Today, I am grateful to my psych doc for our appointment yesterday.
I had wondered how I was going to describe what I’d been feeling. I couldn’t understand the emotions myself, so how was I going to express it so that he would get it? I prayed several times that God would give me just the right words to describe these vague feelings of down-ness. Not just the specific days where I really struggled, but the funk I’ve felt for a couple of weeks.
When I got to the office for my appointment, I was given my med list, and a short questionnaire. It asked me, on a scale of 0-3, about the last two weeks, exactly how long I’ve been feeling a little down.
On the questionnaire, zero stands for “not at all,” one is “several days,” two is “more than half of the days,” and three is “nearly every day.” The questions were:
- Little interest or pleasure in doing things.
- Feeling down, depressed, or hopeless.
- Trouble falling or staying asleep, or sleeping too much.
- Feeling tired or having little energy.
- Poor appetite or overeating.
- Feeling bad about yourself – or that you are a failure or have let yourself or your family down.
- Trouble concentrating on things, such as reading the newspaper or watching television.
- Moving or speaking so slowly that other people could have noticed.
- Thoughts that you would be better off dead, or of hurting yourself.
Turns out, it’s based on the Goldberg Depression Test, used by NIMH. It’s a standard in the field, a quick assessment tool to help doctors determine the severity of depression in a person. I scored 8. Not bad, but not a 0, either.
And it allowed me to express myself and what I’ve been feeling lately.
So when I entered the doctor’s office, he asked me how I was. I said I really didn’t know, but the quiz sure helped. I told him I’d been in a funk for a couple of weeks, even before my husband went on a 10-day business trip, which I was sure didn’t help my mood. I told him that I’d been feeling down, but not hopeless. He asked some of the questions I’d already answered on the questionnaire, for clarification.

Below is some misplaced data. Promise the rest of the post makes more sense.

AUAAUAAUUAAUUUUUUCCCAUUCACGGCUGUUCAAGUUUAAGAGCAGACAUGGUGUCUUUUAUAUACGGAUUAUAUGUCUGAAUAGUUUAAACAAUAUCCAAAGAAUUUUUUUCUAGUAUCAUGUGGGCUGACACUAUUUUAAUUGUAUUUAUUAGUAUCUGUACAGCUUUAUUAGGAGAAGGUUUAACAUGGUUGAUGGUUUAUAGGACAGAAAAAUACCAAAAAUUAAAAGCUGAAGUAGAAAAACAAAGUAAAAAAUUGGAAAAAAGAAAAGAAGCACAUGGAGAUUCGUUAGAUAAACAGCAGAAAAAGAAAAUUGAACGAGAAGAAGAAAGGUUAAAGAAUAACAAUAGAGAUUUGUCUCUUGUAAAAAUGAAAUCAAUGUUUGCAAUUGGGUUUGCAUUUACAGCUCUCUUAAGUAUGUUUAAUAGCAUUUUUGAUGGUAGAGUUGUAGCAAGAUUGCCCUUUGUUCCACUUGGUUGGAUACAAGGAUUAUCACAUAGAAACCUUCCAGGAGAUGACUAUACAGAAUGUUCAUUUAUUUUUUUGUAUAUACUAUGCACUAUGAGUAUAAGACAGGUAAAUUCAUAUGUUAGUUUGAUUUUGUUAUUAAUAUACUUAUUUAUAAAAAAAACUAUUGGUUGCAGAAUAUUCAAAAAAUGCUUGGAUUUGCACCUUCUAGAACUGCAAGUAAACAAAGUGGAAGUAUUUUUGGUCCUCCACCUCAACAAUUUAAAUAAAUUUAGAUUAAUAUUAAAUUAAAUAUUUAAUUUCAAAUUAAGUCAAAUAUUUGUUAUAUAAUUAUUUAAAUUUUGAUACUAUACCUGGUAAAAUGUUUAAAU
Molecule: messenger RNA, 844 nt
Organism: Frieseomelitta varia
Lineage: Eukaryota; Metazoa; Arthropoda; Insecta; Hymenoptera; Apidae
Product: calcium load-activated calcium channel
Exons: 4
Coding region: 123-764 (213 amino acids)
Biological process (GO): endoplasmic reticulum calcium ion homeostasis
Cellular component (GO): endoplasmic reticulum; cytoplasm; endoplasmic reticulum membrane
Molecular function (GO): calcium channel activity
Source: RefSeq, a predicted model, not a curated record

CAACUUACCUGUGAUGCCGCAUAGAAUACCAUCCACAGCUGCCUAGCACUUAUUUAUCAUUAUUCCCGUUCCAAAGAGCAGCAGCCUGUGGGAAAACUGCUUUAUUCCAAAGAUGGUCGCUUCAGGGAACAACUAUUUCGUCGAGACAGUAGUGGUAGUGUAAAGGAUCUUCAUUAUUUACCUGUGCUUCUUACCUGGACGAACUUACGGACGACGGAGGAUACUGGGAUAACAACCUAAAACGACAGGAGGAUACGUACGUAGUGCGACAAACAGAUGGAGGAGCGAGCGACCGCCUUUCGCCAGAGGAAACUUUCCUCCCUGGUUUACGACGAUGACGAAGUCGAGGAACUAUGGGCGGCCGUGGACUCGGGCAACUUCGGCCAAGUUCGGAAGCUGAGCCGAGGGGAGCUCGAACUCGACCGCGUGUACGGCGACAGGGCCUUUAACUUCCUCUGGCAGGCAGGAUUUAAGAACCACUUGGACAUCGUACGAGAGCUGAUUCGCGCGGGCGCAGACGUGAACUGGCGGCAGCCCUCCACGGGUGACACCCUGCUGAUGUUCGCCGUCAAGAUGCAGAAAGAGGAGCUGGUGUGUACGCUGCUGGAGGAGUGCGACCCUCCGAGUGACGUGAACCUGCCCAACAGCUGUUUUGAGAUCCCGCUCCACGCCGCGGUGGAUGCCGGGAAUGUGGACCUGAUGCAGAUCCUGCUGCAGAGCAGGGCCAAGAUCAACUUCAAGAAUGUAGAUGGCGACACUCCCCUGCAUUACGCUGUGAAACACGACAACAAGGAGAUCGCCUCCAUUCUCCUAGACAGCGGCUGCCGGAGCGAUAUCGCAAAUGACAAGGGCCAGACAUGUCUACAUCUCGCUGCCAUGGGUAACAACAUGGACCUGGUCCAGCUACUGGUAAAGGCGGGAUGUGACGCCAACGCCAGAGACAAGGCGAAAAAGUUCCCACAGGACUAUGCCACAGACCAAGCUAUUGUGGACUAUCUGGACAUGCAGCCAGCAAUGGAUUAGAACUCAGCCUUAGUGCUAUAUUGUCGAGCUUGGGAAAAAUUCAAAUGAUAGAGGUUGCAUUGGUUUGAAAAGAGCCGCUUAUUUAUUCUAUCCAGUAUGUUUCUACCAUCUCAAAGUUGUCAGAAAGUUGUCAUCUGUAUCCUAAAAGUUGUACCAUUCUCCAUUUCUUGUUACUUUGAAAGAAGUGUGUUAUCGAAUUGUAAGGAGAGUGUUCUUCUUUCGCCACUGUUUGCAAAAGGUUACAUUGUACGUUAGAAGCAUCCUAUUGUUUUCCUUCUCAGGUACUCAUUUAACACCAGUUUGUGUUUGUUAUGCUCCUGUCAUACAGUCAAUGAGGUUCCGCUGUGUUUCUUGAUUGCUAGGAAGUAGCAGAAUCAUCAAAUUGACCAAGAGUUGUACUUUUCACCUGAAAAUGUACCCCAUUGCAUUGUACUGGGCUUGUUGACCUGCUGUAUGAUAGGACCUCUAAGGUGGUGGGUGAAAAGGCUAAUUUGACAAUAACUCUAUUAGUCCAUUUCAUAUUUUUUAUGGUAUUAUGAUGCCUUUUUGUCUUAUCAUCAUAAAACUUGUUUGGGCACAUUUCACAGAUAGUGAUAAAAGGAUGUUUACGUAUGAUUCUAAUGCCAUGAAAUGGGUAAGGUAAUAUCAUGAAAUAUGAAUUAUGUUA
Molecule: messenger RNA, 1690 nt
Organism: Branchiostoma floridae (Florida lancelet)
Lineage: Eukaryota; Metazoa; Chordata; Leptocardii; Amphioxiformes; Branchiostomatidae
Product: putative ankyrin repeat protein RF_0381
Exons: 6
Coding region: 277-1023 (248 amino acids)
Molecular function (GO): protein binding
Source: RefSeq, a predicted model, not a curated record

He said I’m right on the edge of when these issues become a concern – two weeks. He told me that for a person who has recurrent depression, and has had it as long as I have, he likes to be a little aggressive in treatment. He’s glad we caught it early, because waiting could make it worse – depression gets deeper and harder to get out of. I told him that I just recently pulled out my light box and had begun using it. We also agreed to increase one of my meds; it’s one that I’ve been on for a couple of years, seems to have been working well for me.
He said he sees a lot of this mood at this time of year – the onset of winter, the holiday season, the longer darker days. He thinks that I should be feeling better in 7-10 days.
I’m relieved. It was good that he understood me, and that the questionnaire helped put into words what I had been unable to express. I’m looking forward to feeling better soon.